When Stress Becomes Life

Returning home from university, I thought I would finally be able to relax. All of finals week I was a bundle of nervous productive energy writing papers, preparing presentations, and working myself into the ground to the point where I woke up with a sinus infection and mild flu. Having finished the semester strong, it was a relief to pack up my clothes for winter break and make the journey home where I thought I could finally catch up on some sleep. I was never more wrong. Sleep, it seemed, was never in the cards.

“A crust eaten in peace is better than a banquet partaken in anxiety. “ – Aesop

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Instead of winding down, I was more keyed up than ever. The anxiety was never higher as I struggled to juggle working, spending time with the family (other than at intense events like my sister’s basketball games which demanded a different anxiety), finishing up presents, writing, and planning schedules so that everyone could be where they needed to be and do what they had to do. This left me little time for myself, and for my friends of whom I hadn’t seen in weeks and with which I was desperate to catch up.

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Waking up before the sun and having a coffee became the most relaxing part of the day. The early morning was devoted to driving people to work because we now have four drivers and three cars and running quick errands to pick up supplies for presents. The rest of the day consisted of various work: either creating presents, wrapping presents, or going into the bookstore and helping people find and buy others’ Christmas presents.

“Tension is who you think you should be. Relaxation is who you are.” — Chinese Proverb

Soon the texts for plans were coming in from some old high school friends, and soon my work schedule prevented me from attending. It also began to consume my days. I’d stopped running and devoted the late hours of the night to write. The constant stress from work and from fulfilling familial obligations began to take its toll on me. I was always tired, my cold was not going away, and I was losing energy exponentially.

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I found myself wishing for the stress of papers and presentations and the school environment that had become stagnant and stifling in the wake of the semester’s commencement, because at least then I would at least have some time to spare on something I enjoy.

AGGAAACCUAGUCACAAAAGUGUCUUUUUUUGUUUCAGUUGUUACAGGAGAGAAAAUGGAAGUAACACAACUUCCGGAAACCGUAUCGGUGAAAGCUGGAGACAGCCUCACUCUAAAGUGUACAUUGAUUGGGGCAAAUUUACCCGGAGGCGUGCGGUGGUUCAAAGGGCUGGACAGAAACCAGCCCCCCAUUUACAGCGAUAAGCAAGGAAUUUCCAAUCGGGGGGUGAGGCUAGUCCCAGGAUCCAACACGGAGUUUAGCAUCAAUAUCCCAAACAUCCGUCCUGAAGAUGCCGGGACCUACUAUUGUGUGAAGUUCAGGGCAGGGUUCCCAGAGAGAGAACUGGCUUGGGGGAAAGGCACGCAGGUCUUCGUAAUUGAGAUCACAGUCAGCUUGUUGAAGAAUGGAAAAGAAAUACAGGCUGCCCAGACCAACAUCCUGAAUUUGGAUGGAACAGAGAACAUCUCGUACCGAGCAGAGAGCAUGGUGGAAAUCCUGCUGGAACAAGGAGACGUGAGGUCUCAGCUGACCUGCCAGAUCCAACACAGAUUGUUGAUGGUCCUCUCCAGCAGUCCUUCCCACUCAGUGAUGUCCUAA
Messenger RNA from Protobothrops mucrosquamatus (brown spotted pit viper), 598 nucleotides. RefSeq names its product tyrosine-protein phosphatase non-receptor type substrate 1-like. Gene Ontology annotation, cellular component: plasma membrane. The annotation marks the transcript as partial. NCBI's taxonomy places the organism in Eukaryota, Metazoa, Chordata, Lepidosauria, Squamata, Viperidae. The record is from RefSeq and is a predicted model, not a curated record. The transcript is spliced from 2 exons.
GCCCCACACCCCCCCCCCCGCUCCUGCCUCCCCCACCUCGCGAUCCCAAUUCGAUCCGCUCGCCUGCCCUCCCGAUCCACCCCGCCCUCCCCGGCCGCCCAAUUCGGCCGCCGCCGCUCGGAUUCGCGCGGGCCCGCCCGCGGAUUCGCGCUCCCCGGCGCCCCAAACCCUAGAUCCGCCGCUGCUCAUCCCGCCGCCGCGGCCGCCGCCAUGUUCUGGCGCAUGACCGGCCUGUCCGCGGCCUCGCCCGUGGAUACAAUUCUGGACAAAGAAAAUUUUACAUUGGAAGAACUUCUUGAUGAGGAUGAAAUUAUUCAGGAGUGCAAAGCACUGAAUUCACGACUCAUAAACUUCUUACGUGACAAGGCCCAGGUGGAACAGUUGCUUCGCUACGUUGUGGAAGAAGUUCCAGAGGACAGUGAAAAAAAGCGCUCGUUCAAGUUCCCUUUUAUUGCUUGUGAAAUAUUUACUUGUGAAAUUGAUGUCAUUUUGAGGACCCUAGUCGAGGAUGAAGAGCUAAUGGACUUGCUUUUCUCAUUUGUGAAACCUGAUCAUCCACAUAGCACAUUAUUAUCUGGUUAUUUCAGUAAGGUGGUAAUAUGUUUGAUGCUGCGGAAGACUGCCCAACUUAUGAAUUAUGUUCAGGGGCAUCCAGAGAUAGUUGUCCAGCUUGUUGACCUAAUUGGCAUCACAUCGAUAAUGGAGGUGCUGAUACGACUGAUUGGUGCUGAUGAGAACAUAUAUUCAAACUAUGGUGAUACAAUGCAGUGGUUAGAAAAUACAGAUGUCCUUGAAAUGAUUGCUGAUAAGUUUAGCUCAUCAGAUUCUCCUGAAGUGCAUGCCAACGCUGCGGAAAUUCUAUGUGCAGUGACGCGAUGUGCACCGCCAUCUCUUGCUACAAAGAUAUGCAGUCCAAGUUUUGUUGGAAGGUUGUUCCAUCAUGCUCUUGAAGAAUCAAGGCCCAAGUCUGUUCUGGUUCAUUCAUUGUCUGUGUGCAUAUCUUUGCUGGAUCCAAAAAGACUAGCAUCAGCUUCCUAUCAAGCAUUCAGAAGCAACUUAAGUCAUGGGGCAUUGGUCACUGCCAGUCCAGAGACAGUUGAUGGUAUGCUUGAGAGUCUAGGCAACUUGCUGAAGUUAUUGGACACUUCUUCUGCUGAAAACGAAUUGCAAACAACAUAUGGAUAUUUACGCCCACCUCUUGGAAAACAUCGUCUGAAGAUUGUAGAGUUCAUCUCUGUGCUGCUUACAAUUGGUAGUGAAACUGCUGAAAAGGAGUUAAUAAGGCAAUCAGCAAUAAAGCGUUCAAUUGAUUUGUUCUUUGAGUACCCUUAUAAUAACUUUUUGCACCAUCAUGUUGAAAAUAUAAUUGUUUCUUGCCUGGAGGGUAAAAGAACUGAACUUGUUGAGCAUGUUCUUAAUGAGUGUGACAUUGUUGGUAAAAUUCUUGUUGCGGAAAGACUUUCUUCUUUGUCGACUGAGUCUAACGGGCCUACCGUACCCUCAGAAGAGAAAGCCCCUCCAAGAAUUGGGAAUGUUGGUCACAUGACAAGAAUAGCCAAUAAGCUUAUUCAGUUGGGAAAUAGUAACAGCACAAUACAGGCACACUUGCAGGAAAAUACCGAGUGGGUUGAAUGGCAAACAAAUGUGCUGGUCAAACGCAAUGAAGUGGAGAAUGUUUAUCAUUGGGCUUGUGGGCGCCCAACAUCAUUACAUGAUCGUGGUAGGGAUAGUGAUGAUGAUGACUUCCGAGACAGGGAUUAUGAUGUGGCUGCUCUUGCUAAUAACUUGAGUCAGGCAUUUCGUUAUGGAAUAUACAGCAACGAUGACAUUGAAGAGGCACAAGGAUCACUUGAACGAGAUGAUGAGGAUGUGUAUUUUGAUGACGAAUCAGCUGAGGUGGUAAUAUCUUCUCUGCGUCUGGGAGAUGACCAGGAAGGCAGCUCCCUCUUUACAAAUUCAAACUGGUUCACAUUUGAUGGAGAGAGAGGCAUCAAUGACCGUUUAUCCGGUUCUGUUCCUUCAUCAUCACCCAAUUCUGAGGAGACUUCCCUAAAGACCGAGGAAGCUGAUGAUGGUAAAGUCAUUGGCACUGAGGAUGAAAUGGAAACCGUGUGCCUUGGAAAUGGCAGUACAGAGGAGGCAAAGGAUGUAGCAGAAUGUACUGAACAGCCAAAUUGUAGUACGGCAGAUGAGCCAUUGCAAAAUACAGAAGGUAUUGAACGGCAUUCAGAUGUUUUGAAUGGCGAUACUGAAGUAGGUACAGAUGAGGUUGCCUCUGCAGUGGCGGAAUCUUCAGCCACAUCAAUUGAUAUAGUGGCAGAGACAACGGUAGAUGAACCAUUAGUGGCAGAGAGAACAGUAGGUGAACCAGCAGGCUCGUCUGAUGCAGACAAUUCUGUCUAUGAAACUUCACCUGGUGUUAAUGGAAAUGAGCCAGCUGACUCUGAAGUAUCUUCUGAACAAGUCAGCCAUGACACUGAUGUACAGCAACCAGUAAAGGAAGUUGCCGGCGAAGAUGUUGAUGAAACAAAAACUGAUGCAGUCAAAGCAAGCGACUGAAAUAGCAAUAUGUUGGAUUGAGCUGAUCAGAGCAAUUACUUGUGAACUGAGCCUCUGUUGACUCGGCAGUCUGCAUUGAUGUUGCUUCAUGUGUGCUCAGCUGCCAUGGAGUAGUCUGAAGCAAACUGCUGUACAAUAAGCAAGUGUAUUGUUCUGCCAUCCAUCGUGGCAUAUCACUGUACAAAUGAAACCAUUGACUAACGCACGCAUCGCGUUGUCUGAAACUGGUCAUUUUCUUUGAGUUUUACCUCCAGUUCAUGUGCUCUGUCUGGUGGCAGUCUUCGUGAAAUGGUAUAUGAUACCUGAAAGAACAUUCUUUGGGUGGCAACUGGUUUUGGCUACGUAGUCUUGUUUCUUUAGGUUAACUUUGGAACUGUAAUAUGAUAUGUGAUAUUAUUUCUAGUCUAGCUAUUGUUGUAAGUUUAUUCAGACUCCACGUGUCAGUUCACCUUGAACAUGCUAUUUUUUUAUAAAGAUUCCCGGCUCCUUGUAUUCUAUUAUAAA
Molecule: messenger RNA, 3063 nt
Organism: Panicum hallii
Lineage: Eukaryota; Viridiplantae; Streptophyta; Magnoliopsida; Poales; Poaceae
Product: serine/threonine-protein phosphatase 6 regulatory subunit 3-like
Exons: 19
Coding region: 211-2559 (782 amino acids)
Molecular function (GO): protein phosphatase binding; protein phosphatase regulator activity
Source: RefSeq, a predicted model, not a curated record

I became someone who was trying to please and do everything I could for others; which isn’t a bad thing (all the time), but it leaves little room for mental stability. The anxiety was all-consuming, arriving in droves until it became a persistent pressure on my mind that demanded constant attention and control or it would overflow and ruin the careful structure I’d concocted through my chaotic life. Refusing to acknowledge that I was overwhelmed, I attempted to do everything I was given and do it well: I was cheerful at work, I put all the heart and soul I could muster into presents, I sacrificed free time for those who needed it more, and I never stopped to let myself think that in my desperate need for control, I wasn’t taking care of myself.

All too easily life became stress. I wasn’t enjoying the very season that I cherished above all others for its emphasis on happiness, kindness, and positivity. Instead, I gave into the tiredness, the perfectionism, and negativity. And, I most certainly didn’t feel like I was on a “break.” A reality check was much needed, which didn’t come until I finally had a day off.

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Although I didn’t get to sleep in, I was able to go shopping, spend time with the people I love, relax on the sofa, and actually have a family dinner. The stress continued in the days after, but at least I got a little reprieve. It made me realize that being busy, although you always have something to do, is not it’s cracked up to be and becomes exhausting all-too quickly.

The holidays are over and I’m realizing that even though the pressure to buy the right gifts and see loved ones is over, the stress still remains, finding other avenues. The “To Do List” I have on my phone is still accumulating tasks—both long-term and day-to-day. So stress still persists and I’m still trying to manage it. But, to fully do that, I would need more time.

No, there aren’t enough hours in the day for everything (even sleep sometimes), but there are enough moments that you can take to relax, and I’m still learning how to do that.

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